Cassis

My Camargo apartment is literally situated above the sea, overlooking both the Cassis port/lighthouse and Mediterranean expanse. After putting down my bags, while standing on the balcony, I spied a snorkeling-fishing-man, in a wetsuit, spear in one hand, and row of hooked fish silver and gleaming around his waist like a skirt. I watched him dive and surface, unable to turn my eyes from the fish.

The next day was non-stop pouring rain and I ran around town (breakfast, groceries) with a coated yellow tablecloth over my head--like some sunny ghost up and down the limestone slopes. From the balcony: a woman doing squats at the base of the lighthouse, facing the sea, with no one around (everyone safely dry indoors, of course!).

Yesterday, I thought I saw a drowning person in the sea, but then it must've been a rock against which the sea foamed against. As the minutes slowly passed, this thing came closer, and I saw two arms, alternating in stroke--a swimmer--but never once did I see a head turn up for air. Where did the swimmer originate from? Where would s/he finish?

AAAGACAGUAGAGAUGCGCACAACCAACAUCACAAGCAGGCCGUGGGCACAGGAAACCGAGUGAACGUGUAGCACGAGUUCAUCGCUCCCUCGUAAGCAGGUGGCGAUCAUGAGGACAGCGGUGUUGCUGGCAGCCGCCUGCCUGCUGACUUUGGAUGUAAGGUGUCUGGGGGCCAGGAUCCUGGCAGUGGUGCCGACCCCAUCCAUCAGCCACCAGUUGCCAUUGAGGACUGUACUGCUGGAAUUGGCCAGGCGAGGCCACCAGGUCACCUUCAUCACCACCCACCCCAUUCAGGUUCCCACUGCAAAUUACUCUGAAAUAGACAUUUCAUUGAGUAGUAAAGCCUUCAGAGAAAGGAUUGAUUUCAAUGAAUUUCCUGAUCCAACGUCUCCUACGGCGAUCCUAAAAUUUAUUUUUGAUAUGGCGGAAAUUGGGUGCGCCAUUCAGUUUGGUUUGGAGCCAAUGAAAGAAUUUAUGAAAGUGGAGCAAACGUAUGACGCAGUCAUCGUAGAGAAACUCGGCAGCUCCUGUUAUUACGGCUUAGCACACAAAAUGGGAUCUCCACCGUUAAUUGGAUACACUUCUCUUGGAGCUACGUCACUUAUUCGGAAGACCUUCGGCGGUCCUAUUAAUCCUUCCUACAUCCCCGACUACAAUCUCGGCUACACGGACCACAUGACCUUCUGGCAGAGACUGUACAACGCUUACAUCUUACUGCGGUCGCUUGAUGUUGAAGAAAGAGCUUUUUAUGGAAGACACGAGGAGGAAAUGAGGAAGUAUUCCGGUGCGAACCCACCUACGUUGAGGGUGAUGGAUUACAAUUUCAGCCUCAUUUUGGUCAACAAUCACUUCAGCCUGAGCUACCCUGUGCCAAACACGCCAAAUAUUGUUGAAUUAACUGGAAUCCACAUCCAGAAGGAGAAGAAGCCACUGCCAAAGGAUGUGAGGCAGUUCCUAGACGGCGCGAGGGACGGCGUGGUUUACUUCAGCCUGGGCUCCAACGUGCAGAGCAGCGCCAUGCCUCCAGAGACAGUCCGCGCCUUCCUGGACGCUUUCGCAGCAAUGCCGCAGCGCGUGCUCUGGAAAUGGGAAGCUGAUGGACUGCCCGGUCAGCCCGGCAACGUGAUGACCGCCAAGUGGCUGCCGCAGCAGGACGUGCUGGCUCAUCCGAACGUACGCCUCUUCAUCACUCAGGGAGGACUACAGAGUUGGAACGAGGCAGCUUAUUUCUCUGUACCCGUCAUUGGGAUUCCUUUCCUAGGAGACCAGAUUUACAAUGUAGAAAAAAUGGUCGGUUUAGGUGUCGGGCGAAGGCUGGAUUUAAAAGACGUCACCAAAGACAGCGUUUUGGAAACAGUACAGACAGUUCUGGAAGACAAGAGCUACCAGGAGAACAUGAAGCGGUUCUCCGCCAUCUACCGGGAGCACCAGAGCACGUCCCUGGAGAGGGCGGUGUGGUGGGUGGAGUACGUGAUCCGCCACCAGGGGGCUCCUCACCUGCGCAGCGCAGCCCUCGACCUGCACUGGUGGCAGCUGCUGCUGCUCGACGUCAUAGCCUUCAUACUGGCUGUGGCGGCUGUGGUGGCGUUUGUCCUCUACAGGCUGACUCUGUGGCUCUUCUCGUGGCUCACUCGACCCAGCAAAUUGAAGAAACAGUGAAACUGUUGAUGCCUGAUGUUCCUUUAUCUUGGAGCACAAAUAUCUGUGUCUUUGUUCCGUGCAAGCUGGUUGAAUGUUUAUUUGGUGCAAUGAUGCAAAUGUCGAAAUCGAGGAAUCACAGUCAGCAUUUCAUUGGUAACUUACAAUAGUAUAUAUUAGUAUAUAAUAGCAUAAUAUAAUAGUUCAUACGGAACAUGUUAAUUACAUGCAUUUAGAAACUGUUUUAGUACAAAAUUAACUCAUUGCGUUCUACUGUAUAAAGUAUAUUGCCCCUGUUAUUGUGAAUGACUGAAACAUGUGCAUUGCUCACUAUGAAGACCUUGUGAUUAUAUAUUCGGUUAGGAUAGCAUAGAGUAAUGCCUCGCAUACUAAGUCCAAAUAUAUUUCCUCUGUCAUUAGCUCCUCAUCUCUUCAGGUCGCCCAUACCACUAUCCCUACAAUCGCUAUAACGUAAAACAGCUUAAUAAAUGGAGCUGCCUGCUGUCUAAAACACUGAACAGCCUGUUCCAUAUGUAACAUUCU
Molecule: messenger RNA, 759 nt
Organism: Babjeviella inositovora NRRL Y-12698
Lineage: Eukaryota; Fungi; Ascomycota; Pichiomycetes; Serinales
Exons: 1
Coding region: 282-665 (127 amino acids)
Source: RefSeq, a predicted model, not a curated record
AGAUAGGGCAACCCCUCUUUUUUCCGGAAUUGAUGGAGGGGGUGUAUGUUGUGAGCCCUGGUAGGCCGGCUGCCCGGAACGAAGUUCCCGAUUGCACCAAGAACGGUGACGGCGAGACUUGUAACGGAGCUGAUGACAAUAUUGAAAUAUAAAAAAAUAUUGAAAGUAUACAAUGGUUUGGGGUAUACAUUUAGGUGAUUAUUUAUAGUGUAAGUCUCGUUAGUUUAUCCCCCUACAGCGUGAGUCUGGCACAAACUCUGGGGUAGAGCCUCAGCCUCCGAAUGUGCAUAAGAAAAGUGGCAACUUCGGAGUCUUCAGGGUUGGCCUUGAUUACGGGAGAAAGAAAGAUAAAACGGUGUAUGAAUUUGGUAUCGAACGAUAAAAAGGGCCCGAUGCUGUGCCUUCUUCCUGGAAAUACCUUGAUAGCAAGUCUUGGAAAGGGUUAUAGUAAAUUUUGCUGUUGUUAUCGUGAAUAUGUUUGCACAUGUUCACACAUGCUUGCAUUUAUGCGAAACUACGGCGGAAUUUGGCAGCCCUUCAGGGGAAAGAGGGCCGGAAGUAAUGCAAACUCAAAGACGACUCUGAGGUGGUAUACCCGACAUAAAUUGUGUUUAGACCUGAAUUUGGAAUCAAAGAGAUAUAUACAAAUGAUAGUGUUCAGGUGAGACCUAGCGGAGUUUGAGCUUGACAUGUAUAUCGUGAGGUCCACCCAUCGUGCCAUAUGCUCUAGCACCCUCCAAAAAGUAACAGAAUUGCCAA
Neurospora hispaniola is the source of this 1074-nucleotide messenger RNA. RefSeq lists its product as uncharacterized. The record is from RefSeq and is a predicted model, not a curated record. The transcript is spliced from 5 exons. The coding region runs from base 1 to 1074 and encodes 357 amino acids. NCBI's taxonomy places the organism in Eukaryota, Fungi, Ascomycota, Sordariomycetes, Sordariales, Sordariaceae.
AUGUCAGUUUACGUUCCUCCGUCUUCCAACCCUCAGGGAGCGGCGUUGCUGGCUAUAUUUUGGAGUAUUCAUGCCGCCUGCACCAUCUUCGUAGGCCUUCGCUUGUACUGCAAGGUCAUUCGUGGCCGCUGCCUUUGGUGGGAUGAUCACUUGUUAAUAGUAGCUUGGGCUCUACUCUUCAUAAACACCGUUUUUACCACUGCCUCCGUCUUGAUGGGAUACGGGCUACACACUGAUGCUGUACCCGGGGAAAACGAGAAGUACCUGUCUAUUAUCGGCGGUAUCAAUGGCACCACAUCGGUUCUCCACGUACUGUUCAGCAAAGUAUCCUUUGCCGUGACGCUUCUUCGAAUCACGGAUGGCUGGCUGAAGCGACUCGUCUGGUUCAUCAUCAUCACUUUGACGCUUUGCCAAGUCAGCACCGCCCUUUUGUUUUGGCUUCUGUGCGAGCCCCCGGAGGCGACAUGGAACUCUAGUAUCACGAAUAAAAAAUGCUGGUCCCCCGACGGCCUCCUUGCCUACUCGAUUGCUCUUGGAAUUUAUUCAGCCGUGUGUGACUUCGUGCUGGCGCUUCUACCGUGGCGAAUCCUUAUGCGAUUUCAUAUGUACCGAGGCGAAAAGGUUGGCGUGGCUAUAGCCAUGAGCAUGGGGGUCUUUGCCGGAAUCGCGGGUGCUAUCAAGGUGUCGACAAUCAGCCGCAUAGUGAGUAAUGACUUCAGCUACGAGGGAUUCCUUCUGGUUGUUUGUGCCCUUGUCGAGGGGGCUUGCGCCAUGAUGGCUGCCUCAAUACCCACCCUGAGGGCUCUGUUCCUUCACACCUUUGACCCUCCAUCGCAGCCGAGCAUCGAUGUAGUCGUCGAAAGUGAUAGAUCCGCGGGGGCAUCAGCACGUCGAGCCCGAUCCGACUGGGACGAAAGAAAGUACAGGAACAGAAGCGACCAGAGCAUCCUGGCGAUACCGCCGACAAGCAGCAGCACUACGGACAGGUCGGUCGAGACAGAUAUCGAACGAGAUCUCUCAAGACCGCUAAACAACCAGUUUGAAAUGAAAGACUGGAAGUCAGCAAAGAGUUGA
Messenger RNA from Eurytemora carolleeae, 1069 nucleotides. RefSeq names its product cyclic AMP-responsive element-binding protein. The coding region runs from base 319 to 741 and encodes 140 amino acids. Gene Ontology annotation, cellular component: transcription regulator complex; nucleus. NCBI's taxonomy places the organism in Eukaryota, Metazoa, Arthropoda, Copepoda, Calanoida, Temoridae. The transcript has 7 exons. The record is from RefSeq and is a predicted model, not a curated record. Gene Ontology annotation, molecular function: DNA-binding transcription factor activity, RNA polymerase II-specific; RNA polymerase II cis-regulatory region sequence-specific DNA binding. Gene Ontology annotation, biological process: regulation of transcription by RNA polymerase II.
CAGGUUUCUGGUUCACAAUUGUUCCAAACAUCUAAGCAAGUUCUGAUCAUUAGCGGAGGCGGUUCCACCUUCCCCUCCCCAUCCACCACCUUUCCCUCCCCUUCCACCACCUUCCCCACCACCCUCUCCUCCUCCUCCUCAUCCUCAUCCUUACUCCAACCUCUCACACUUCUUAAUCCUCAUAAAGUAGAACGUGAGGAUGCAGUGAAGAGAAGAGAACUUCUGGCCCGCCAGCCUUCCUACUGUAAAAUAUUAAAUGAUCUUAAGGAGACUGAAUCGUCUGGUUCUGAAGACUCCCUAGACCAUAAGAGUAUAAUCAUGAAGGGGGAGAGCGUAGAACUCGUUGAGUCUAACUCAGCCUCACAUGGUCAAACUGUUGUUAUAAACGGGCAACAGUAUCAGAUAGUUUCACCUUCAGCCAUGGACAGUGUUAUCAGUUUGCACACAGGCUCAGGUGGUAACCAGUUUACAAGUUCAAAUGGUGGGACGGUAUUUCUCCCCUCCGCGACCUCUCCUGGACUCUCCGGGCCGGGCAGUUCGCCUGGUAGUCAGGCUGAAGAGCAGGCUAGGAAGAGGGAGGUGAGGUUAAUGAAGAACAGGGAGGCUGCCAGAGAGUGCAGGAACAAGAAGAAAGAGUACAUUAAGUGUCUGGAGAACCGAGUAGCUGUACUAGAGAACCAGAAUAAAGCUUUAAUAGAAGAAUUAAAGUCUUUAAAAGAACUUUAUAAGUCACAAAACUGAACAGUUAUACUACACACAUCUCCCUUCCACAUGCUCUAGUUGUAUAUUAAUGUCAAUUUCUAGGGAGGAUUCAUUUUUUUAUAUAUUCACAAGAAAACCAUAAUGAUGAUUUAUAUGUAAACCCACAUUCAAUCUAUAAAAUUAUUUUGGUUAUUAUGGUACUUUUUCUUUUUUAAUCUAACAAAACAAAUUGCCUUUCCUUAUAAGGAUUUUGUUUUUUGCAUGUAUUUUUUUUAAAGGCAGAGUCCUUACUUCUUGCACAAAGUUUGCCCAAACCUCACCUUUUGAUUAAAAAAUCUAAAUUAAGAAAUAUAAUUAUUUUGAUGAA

Every morning (except in rain), I see a man on a paddle board, paddling away from the shore.

Cloudy today, with a bit of tumult in the sea. Waves crashing against the pier--and along one lone dock, a man with red string from his hands to the sea--the dock violently bobbing in various directions (with the surf), the man, steady, his line steadier still.

Swimming in Iceland by Diana Khoi Nguyen

For those who are unaware, I am an amateur swimming fanatic. If JB is a mountain man / outdoors enthusiast, then I am a water nymph. Only food gets me more excited than swimming, pools, oceans, other bodies of water, and I'm not sure food > (bodies of) water.

Part of the pleasure and intimate experience of Iceland is the ability to swim. Every day, any day, anywhere. And nearly all are outdoors (maybe the only indoor one is in Reykjavik--but Reykjavik has several pools). For a place associated with "ice," there are so many swimmable hot springs, "hot pots" all over the country, in addition to places like Blue Lagoon (artificial), Myvatn Nature Baths (curated natural hot spring, but a lot artificial as well). And nearly every town (big or small) has its own village pool!